The Time Meddler: Doctor Who, S2 Serial 9

The Doctor: First Doctor (William Hartnell)

The Companions: Vicki (Maureen O’Brien), Steven (Peter Purves)

The plot: The Doctor gets caught in a battle of wits with another time traveller in 11th century England

Written By: Dennis Spooner

First aired: 03/07/1965-24/07/1965

Continuity: We meet another member of the Doctor’s people for the first time
Steven joins the TARDIS as a companion
History can be changed, the Doctor just chooses not to do it
The Doctor Who universe is a single timeline universe where changes in the past simply rewrite history

Season 2, Episodes 37-40 review

You know as well as I do the golden rule about space and time travelling. Never, never interfere with the course of history.

The Doctor, on time travel

The final serial of Doctor Who’s second season pits the Doctor against his darker half; another traveller in the fourth dimension with a strange fixation on Earth.

The Monk is also a brilliant but capricious trickster who revels a little too much in his own feelings of superiority. Not villainous per se, but capable of doing harm through his stubbornness and arrogance. A meddler more than a destroyer. Not an equal and opposite to the Doctor so much as a mirror image: the same but with marginal differences and only when viewed from the perspective of someone on this side of the looking glass.

And the difference between those two mirror images?

History. The respect of history and its natural flow.

Can history be changed? Should history be changed? Do we observe it or amend it?

Until now, Doctor Who has been clear that time could not be changed and any of our efforts to do so would fail [The Aztecs, The Crusade, The Reign of Terror]. The timeline is inviolate: not by convention but by physical law.

With The Time Meddler, the producers of Doctor Who take a sharp detour from this philosophy. History can change. Time can be rewritten. The Doctor just chooses not to. More importantly, he will stop those who choose to try. Considering how the previous serial, The Space Museum, unfolded we also begin to see the nascent stage of a more complete overarching philosophy.

Time can be rewritten but it shouldn’t be except in certain specific circumstances and the Doctor is the arbiter of that decision.

The place of the Doctor and the Monk’s cerebral battlefield is a literal one: Northumbria in 1066, before the Battle of Stamford Bridge. The Anglo Saxon King, Harold Godwinson, defeated a Viking invasion only to lose to the Normans at the Battle of Hastings less than a month later (in fact the Norman fleet landed just three days after the Battle of Stamford Bridge). Harold had been faced with a terrible dilemma: to ignore the Northern invasion to prepare for the impending Southern one or try to fight both. And if it were not for his forced march northwards to face King Harald Hardrada (and subsequent race southwards to meet the second invading army), then, it could be argued, he would not have lost to William the Conqueror. England would have stayed in Anglo Saxon hands.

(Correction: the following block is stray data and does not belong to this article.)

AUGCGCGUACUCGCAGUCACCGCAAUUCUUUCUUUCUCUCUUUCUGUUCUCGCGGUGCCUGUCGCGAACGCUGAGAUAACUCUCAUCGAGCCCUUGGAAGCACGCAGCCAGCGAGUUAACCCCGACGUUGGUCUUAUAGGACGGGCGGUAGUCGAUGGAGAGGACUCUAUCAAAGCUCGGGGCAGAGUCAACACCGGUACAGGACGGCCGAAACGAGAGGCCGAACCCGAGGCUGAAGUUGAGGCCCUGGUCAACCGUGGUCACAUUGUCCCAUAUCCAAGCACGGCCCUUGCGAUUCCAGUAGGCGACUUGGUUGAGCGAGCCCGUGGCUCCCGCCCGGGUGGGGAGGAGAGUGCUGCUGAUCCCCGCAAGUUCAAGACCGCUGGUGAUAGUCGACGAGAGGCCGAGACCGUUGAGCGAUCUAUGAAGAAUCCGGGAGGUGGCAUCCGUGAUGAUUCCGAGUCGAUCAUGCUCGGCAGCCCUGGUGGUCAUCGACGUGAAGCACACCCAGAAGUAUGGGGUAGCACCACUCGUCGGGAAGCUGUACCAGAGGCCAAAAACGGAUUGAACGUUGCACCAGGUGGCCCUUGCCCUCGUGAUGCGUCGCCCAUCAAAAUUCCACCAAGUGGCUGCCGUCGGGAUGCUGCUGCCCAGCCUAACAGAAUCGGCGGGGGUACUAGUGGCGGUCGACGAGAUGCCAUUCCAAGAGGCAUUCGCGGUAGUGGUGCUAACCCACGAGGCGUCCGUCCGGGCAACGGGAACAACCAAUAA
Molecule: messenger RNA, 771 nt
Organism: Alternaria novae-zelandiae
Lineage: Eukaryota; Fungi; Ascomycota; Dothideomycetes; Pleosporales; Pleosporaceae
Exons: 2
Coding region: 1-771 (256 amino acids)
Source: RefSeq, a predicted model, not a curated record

Whether this would have accelerated the advance of civilisation and put an early end to the Dark Ages is up for debate by greater minds than mine. But it is the motivation of The Monk (or at least one of them, if his stash of artefacts is anything to go by).

The Monk’s plan is actually quite simple: to gun down the Norwegian fleet using advanced future weaponry so that Harold’s forces will stay where they are and be fresh to face the Normans when they land. The simplicity of the Monk’s plan and Spooner’s decision to set his plot in an abandoned monastery near a small local village, means that he takes a lighter touch to history than in his previous historicals. The Doctor and his companions aren’t walking around in history so much as peering at it from a space in between big events.

While my watchmate, Eazal, has strong opinions on the wardrobe and hairdressing of this mediaeval setting – opinions she has graciously shared in a guest post – it doesn’t distort history like previous Spooner stories (although his tendency to sexually assault female characters should have earned him some therapy at the least). It is ironic, in fact, that the last of Spooner’s stories for Doctor Who is the most enjoyable. Probably because history is more of a backdrop to the story than the point.

As the TARDIS lands on the rocky windswept shores of northern England in the 11th century, a monk stares pensively at the arriving blue box. Inside, Vicki and the Doctor discover they have two stowaways: the raggedy future Earth man, Steven, and his panda, HiFi. The image of the large square-jawed Steven with his beloved stuffed toy is delightful and I’m kind of disappointed that most of his episodes are lost. It is a lovely visual contrast, something that works well with the two-natured aspect of the Doctor and of the TARDIS itself.

That is the dematerialising control and that, over yonder, is the horizontal hold. Up there is the scanner, those are the doors, that is a chair with a panda on it. Sheer poetry, dear boy.

The Doctor on the TARDIS

As The Time Meddler opens, a new era of Doctor Who begins and the TARDIS is rather appropriately peopled by the exiled and the traumatised, those with nowhere else to go and no place where they belong. And while the producers are not yet ready to put a name either to the Doctor’s planet or to his people, it’s appropriate that our first meeting with another of his own kind is also with an exile.